First the printers. Now the computers.
Under a plan to reduce costs and increase technological equity among schools, Pinellas County school superintendent John Stewart plans to play Robin Hood with student computers — taking from campuses that have too many and giving to those that have too few.
The end goal: Cutting $5 million in expenses and making sure every school has a student-to-computer ratio of 3-to-1.
"While it's true that some schools will lose computers," Stewart said last week, "no school will slip below the recommended 3-to-1 ratio. … The expectation is that school staff will understand that the point is to serve all students, not just the students at that particular school."
On the heels of recent restrictions involving classroom printers, the announcement left teachers flush with questions.
Who decides which computers stay and which ones go? What about state requirements for more virtual courses and computer-based testing? Will computers donated to a particular school or paid for by grants be moved to other schools?
"Frustration levels could not be higher," teachers union president Kim Black said in an email to School Board members and Stewart after her own email and voice mail accounts were filled with concerns from employees.
According to district figures, Pinellas has more than 93,000 computers throughout the 101,000-student district, including those used by students, teachers and administrators. About 70,000 of them are 4 years old or younger, thanks largely to a program called "Refresh."
Former superintendent Clayton Wilcox started the initiative six years ago to rid the schools of outdated technology and costly repairs, said Norm Kelton, assistant superintendent of management information systems. At a cost of about $17 million this year alone, the district has been leasing 50,000 computers from Apple and Dell, relying on their tech help when the machines fail, then getting replacement computers at the end of the four years.
Now, the district is putting the brakes on those contracts, retooling specifications for leased computers to less expensive models and seeking new corporate bids. It also intends to buy 8,060 of the leased machines that have reached the end of their lease rather than pay for the machines to be replaced. Kelton said that decision alone should save the district $5 million in 2012-13.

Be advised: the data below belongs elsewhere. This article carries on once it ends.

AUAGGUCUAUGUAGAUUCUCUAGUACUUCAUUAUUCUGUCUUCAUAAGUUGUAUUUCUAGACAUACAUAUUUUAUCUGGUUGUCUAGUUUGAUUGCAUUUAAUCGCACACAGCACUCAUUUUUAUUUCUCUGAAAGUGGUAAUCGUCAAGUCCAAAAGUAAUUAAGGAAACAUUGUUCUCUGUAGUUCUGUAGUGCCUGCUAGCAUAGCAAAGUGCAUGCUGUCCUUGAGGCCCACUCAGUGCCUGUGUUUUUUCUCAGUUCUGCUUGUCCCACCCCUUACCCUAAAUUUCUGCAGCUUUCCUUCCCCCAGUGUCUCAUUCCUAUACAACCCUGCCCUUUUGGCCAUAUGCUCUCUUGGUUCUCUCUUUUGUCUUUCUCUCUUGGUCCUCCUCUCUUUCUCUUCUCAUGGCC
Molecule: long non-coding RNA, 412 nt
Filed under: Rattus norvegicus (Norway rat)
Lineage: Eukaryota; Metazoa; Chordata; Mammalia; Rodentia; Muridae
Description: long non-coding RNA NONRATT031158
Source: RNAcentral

But what about the schools that stand to lose or gain computers?
According to district figures, many schools serving students with special needs have more computers than students.
At Calvin Hunsinger School in Clearwater, for students at all grades who are diagnosed with severe emotional behavioral disorders, the district counted 223 computers for 120 pupils.
Principal Stephanie Bessette said she decided to stockpile technology last year because the state was requiring more and more computer-based testing, not to mention the new law that all high schoolers need at least one online class to graduate.
"I did that as a plan for the future," she said. "And the majority of our kids don't have access to computers at home."
And though Bessette said she was surprised to hear the district counted almost two computers per pupil at her school, she said she's willing to let some go.
"Whatever happens, we're going to work around it," she said. "We're team players."
Bonnie Cangelosi, principal at Shore Acres Elementary in St. Petersburg, said the reapportionment is understandable.
Shore Acres has been rezoned and is expected to drop from 840 students to about 700 in 2012-13. Right now, the district says, Shore Acres has 904 computers.
It only makes sense, Cangelosi said, that computers would follow the children.
Among the schools on the low end, according to district numbers: Palm Harbor Middle has 667 computers for more than 1,400 students, Pasadena Fundamental Elementary has just 198 computers for about 460 kids and McMullen-Booth Elementary has 198 computers in a school of more than 800.
Deputy superintendent Jim Madden said the inequities that have cropped up between schools stem largely from changes in student enrollment. Pinellas public schools have lost about 12,000 students since 2003, not to mention the shifts that have happened from rezoning.
Madden said the task now — before taking from some schools and giving to others — is determining how many computers at each school are used for purely student purposes, and how many are needed.
Stewart also has been trying to answer teacher concerns through video addresses. He reassured School Board members last week that special consideration will be given to schools where, for example, the PTA raised money to bulk up technology.
Rebecca Catalanello can be reached at (727) 893-8707 or firstname.lastname@example.org.